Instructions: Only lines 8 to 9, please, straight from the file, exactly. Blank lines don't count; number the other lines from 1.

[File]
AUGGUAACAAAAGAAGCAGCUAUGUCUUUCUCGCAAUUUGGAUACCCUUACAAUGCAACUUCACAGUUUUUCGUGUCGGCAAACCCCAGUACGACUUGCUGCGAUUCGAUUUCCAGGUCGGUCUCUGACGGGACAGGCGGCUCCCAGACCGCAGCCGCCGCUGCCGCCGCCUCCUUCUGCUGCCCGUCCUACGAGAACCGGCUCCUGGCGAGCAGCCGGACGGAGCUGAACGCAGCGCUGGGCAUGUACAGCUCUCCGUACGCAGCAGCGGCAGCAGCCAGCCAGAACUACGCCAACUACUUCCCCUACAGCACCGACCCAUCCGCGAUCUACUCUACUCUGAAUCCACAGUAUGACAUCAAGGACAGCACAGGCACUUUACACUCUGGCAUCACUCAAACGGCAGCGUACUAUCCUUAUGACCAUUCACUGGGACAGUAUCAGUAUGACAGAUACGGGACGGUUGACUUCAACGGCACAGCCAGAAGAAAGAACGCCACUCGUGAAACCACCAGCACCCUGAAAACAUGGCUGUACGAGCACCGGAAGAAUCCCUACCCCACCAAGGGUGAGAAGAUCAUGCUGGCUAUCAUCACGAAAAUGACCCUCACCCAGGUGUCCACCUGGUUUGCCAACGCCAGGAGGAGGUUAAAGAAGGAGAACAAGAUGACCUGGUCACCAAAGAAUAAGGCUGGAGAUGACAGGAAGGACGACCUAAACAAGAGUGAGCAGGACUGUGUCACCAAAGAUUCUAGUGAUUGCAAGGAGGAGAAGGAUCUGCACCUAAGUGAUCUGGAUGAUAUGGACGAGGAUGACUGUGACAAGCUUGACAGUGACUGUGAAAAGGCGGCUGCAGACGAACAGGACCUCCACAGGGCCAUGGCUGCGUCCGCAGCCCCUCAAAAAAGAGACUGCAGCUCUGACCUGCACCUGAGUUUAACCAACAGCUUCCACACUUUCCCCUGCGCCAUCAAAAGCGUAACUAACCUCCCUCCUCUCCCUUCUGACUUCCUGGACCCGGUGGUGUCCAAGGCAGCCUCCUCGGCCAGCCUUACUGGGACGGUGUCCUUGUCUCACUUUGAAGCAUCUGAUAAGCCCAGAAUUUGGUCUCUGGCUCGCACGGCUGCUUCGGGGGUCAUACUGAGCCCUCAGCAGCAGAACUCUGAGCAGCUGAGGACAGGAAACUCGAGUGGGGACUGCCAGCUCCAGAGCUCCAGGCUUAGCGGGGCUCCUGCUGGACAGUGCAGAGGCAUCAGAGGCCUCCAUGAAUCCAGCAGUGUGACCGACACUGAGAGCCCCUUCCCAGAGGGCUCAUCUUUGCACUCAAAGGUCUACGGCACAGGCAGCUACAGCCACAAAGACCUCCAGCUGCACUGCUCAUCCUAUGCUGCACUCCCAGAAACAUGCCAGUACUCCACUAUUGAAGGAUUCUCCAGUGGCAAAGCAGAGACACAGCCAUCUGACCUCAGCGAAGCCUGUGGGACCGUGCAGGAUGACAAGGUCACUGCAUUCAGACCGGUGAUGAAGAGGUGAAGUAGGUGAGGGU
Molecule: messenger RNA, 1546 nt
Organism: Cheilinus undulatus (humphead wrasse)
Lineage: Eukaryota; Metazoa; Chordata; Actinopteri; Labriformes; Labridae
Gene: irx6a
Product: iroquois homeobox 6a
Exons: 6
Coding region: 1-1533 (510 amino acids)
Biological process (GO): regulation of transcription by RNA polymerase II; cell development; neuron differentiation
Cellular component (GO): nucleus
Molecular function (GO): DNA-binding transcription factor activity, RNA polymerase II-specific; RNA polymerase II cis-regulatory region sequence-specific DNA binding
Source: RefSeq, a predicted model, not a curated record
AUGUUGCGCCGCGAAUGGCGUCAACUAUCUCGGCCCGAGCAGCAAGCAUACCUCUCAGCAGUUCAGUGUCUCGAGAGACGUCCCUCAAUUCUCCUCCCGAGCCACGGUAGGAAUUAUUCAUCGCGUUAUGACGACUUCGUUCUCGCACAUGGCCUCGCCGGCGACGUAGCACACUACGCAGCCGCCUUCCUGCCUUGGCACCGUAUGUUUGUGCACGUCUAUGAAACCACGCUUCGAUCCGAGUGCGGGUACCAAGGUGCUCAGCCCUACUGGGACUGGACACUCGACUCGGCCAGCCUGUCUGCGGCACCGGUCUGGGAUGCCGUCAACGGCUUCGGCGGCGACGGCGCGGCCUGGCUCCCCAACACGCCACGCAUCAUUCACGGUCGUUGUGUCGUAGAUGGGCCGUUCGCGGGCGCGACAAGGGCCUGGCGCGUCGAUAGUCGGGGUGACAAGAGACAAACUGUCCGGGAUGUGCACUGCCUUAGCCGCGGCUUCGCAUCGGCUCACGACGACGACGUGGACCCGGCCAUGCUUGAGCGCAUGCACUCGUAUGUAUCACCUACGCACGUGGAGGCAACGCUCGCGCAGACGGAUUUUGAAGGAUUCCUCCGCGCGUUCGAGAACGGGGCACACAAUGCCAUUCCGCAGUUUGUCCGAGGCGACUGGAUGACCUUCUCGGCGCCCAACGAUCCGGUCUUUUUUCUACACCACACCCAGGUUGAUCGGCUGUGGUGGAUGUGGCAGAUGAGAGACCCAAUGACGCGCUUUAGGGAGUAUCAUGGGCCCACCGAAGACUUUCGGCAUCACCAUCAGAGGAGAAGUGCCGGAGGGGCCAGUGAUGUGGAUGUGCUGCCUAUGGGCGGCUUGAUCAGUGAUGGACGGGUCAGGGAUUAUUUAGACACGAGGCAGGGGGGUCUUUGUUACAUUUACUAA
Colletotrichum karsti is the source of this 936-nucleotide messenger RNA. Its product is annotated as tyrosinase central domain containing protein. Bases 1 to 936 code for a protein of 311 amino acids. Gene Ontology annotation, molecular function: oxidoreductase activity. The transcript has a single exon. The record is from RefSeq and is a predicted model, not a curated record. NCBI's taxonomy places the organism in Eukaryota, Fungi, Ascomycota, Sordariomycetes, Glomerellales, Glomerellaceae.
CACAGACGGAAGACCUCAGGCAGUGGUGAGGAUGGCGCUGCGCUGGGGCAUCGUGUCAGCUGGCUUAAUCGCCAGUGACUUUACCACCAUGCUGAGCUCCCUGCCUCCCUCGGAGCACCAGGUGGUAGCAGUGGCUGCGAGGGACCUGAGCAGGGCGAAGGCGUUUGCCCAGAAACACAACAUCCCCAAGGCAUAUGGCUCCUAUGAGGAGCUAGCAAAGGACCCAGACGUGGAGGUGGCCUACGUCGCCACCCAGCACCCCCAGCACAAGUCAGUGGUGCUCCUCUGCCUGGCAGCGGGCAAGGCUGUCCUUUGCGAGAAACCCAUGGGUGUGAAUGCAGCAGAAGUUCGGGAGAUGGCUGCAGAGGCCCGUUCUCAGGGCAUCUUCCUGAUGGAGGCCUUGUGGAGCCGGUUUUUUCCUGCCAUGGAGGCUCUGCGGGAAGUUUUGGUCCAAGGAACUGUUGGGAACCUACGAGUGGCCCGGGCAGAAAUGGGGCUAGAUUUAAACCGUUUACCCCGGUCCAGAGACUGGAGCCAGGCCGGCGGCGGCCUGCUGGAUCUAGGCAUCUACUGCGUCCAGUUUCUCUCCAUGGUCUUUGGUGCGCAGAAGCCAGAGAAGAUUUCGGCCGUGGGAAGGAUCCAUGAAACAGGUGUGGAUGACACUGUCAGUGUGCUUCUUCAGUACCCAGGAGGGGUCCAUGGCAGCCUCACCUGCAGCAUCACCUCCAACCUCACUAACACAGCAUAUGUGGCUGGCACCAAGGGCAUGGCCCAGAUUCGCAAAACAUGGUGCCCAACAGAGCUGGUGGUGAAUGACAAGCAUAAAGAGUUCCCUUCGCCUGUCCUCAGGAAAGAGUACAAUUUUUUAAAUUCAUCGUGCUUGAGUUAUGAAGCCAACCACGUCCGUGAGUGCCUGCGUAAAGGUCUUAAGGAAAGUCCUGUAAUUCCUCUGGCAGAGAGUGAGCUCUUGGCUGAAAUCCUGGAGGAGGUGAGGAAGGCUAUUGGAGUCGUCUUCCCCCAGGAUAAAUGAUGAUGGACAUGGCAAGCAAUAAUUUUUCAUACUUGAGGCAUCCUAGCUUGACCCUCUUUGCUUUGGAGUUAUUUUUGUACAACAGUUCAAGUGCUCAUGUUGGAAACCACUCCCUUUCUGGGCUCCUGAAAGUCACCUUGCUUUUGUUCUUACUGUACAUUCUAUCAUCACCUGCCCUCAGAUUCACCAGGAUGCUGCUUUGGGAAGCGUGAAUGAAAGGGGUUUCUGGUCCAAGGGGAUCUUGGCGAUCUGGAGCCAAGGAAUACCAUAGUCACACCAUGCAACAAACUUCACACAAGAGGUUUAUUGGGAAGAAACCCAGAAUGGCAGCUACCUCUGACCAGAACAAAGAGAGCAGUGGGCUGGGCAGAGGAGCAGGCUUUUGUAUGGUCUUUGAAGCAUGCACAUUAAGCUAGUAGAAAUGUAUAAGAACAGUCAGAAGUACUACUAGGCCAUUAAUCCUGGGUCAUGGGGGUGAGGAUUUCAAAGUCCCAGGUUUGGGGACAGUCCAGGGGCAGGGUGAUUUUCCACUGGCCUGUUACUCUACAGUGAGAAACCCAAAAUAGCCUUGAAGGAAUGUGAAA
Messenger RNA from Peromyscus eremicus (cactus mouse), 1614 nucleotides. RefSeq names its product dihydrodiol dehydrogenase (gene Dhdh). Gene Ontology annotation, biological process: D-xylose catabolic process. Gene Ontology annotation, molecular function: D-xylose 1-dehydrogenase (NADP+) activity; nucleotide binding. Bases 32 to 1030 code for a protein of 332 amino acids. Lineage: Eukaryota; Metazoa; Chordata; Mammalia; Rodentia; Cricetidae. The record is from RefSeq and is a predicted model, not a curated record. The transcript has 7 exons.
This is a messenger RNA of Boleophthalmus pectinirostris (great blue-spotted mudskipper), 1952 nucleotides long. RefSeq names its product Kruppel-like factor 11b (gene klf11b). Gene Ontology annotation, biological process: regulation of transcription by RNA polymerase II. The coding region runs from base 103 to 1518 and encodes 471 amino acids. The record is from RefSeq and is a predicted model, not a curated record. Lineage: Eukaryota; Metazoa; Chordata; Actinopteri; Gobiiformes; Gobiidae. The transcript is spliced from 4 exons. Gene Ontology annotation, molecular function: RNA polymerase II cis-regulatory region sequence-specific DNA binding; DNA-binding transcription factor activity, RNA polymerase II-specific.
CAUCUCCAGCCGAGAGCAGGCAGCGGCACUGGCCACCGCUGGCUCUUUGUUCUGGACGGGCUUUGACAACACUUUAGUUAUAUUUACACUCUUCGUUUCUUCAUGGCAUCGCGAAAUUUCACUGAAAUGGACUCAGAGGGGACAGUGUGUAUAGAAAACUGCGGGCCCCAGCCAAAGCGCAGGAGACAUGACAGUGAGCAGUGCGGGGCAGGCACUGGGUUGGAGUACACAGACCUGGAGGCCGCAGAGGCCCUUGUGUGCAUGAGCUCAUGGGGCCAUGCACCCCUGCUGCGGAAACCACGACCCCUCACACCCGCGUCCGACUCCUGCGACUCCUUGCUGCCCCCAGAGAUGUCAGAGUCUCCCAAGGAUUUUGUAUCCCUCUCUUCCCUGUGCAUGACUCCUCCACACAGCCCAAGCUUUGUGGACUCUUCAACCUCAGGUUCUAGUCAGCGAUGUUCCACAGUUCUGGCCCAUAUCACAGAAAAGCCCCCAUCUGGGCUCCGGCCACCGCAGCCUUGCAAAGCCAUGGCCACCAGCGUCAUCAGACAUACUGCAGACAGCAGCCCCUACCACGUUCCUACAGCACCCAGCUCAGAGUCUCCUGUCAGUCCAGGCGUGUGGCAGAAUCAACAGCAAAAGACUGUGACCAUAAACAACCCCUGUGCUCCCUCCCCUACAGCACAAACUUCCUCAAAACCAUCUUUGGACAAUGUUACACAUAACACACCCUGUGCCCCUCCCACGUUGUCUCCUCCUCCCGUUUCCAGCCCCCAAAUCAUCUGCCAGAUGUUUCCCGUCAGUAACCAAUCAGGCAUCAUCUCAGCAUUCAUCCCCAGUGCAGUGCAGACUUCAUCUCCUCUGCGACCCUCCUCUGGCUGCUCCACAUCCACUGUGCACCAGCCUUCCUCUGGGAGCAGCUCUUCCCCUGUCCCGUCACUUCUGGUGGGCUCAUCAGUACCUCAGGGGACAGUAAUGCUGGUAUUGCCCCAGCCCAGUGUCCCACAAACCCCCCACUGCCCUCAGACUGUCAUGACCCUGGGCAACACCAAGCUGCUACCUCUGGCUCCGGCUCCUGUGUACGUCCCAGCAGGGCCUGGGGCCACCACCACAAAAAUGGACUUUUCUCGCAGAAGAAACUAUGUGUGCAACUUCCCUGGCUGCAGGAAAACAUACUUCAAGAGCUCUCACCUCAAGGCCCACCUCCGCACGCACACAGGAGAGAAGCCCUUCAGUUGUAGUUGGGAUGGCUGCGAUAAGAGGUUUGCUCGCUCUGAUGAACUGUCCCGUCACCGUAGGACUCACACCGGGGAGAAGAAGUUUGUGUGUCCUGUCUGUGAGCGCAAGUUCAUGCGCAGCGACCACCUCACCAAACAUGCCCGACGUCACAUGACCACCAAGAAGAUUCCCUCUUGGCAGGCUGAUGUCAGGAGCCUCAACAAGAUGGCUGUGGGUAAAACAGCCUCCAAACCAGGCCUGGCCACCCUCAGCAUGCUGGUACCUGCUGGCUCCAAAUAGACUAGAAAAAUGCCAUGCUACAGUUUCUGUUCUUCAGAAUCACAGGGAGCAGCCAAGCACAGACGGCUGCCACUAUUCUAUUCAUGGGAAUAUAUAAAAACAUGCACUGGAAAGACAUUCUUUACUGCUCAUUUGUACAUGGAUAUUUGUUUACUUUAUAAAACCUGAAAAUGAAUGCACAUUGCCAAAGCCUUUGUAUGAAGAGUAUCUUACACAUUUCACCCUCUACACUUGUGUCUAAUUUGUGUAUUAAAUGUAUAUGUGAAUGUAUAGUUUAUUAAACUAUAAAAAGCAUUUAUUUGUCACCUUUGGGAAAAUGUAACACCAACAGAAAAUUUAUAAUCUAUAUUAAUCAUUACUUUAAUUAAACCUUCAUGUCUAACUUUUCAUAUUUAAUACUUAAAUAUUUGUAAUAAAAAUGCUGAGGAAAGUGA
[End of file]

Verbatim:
Coding region: 1-1533 (510 amino acids)
Biological process (GO): regulation of transcription by RNA polymerase II; cell development; neuron differentiation